Online Talk | British Encounters with Indigenous Slavery, Nootka Sound

Posted in lectures (to attend), online learning by Editor on February 7, 2021

Charles Hamilton Smith (1776–1859, Belgian), Cheslakee’s Village in Johnstone’s Straits, undated, watercolor and graphite on moderately thick, moderately textured, cream wove paper; 41 × 33 cm; inscribed in pen and black ink, lower center: “Cheslakee’s Village in Johnstones Straits | Nootka Sound.” Signed in pen and black ink, lower right: “CHS” (New Haven: Yale Center for British Art, Paul Mellon Collection, B1978.43.1820(26)).

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Later this month, from YCBA:

Adam Chen, British Encounters with Indigenous Slavery at Nootka Sound
Online, Yale Center for British Art, New Haven, 23 February 2021, 12.30–1.00pm (ET)

At the end of the eighteenth century, British and Spanish mercantile expeditions descended upon an inlet known as Nootka Sound, on what is now the coast of Vancouver Island in British Columbia. Their reactions to the native Nuu-chah-nulth people and to the well-established indigenous slave trade on the Pacific Northwest Coast reveal the dissonance and nuances of eighteenth-century European attitudes toward slavery. Adam Chen will share several images of works from Yale and other collections to illustrate his talk.

Art in Context, the Center’s gallery talk series, is now online. Presented by faculty, staff, visiting scholars, and student guides, these lectures are held on the last Tuesday of each month during the academic year. Each talk focuses on a particular work of art in the Center’s collections, or a special exhibition, and takes an in-depth look at its style, subject matter, technique, or time period. The last ten minutes are reserved for conversation and will allow for participants to ask questions.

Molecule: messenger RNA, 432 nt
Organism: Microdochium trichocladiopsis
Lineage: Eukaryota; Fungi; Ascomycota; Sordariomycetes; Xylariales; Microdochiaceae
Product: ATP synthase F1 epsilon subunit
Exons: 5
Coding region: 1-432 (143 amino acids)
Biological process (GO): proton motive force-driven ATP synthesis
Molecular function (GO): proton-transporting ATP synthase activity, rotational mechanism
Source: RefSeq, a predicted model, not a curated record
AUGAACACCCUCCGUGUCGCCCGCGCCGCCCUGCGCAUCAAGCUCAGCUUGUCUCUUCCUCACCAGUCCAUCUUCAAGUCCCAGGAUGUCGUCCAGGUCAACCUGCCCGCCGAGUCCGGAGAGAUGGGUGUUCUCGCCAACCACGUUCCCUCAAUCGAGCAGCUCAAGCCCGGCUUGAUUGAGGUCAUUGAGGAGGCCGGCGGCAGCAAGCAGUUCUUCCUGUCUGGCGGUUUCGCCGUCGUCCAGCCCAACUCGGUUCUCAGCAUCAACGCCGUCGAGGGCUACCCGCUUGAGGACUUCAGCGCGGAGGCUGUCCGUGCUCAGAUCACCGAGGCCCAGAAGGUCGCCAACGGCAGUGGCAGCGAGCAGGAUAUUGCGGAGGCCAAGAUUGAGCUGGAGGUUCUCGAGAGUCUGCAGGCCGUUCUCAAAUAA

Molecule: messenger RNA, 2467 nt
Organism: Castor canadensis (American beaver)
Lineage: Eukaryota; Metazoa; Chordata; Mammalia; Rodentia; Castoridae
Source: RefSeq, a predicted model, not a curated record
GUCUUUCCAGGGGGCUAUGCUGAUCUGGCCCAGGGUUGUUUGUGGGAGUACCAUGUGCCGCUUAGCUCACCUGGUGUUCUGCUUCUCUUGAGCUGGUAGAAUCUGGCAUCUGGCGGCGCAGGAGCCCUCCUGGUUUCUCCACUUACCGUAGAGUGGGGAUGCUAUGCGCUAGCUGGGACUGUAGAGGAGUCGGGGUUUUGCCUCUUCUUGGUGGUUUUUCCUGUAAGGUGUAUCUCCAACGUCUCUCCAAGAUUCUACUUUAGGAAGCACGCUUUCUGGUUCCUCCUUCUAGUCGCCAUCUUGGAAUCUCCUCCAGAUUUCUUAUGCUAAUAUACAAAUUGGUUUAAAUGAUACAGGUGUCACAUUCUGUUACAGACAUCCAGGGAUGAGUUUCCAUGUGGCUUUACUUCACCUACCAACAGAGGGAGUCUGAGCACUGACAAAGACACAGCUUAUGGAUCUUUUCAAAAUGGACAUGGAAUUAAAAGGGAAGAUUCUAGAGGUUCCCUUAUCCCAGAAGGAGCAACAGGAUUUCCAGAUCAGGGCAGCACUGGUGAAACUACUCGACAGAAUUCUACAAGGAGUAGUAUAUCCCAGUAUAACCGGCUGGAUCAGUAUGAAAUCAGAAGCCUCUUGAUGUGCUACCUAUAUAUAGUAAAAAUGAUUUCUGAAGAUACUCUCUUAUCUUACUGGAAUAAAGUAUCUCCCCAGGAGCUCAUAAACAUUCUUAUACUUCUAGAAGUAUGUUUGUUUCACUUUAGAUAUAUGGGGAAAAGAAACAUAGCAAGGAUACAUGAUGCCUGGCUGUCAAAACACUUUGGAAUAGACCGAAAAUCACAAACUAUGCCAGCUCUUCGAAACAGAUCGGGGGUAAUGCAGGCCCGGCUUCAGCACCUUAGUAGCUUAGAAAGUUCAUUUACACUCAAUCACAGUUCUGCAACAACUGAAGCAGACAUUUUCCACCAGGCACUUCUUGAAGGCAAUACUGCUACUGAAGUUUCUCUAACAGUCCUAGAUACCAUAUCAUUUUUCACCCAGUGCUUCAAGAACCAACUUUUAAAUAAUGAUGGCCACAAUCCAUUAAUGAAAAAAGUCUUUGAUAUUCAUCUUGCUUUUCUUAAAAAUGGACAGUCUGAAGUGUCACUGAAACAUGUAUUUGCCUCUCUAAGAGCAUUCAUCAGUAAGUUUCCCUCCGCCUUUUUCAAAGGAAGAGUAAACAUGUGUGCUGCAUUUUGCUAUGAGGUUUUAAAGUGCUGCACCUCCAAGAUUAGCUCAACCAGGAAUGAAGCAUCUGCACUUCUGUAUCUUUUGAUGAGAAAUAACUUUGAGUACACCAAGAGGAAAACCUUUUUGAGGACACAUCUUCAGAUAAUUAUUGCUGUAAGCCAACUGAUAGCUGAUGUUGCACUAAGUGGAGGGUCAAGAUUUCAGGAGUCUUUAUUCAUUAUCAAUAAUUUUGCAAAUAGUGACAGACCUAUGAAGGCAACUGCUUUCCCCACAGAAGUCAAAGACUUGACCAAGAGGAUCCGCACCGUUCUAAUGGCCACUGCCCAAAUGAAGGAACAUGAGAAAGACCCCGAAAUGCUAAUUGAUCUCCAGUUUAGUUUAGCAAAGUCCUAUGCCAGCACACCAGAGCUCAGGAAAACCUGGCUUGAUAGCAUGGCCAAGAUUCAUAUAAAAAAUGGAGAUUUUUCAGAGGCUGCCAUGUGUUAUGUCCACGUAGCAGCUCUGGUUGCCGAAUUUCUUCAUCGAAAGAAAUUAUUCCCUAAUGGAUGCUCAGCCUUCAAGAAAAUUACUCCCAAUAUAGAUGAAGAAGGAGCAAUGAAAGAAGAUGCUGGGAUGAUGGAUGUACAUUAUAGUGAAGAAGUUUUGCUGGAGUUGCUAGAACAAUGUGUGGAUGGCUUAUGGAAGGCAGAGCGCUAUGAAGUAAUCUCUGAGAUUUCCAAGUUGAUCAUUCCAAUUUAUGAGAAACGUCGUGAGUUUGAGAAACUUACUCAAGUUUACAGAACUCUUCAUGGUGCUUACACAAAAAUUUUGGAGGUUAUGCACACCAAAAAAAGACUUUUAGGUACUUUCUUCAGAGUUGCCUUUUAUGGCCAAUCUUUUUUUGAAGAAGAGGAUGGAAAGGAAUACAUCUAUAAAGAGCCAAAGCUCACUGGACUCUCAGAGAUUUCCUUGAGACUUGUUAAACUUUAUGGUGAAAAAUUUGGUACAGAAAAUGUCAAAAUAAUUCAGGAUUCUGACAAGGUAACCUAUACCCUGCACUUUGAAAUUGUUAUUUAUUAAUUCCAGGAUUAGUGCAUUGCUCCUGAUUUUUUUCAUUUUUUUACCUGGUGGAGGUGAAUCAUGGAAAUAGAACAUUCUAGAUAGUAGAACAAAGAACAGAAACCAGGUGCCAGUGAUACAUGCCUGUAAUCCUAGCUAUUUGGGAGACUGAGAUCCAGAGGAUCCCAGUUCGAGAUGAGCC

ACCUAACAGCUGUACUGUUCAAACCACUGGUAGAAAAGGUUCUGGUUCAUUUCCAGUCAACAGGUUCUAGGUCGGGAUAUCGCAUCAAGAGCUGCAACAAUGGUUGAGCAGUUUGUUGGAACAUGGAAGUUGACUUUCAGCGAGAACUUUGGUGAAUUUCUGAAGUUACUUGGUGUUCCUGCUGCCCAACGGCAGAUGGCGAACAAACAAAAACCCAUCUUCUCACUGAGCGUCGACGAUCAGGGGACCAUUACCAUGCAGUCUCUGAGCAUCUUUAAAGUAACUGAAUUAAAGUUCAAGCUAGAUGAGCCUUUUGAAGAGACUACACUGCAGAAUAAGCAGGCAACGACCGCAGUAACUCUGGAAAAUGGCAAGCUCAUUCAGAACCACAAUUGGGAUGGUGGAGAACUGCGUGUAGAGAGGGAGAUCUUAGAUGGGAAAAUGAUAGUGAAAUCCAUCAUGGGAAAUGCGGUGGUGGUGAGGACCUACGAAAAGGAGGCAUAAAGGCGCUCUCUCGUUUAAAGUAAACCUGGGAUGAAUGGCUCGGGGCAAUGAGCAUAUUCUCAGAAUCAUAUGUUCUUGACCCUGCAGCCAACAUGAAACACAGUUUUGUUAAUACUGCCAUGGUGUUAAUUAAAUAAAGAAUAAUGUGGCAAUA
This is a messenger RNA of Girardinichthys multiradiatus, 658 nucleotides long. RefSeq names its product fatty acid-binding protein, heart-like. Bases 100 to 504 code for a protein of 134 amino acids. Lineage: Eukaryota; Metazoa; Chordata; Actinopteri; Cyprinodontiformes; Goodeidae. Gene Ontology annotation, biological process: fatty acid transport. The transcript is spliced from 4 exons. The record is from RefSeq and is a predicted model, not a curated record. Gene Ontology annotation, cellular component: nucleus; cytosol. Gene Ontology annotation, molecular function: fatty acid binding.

Adam Chen (TD 2022) is a Yale undergraduate majoring in the history of art and a Bartels Scholar at the Yale Center for British Art. He has previously worked in the European art departments of the Yale University Art Gallery and Seattle Art Museum. His historical interests include the eighteenth century and art of the British Empire. Chen is from the Pacific Northwest, and the topic of this talk is of personal significance. Chen is also an oil painter and carillon player.

Online Lecture | Jason Farago, A Global Criticism for a Global Art World

Posted in lectures (to attend), online learning by Editor on February 7, 2021

This Wednesday, from YCBA:

Jason Farago, Lytton Lecture: A Global Criticism for a Global Art World
Online, Yale Center for British Art, New Haven, 10 February 2021, 12.00–1.00pm (ET)

In the last 30 years, museums, galleries, fairs, and publications have taken a worldwide approach to art—but how can an art critic make substantive judgements when his or her beat spans the entire globe? In this talk, Jason Farago, art critic for the New York Times, considers how museums should approach the art of foreign cultures, how viewers can appreciate things they don’t fully understand, and how criticism can offer a view of art as a continuous flow of people, images, and ideas.

Generous support for this program has been provided by the Norma Lytton Fund for Docent Education, established in memory of Norma Lytton by her family. Lytton was an active docent at the Center for more than twenty years and subsequently spent a decade engaged in research for the Center’s Department of Paintings and Sculpture.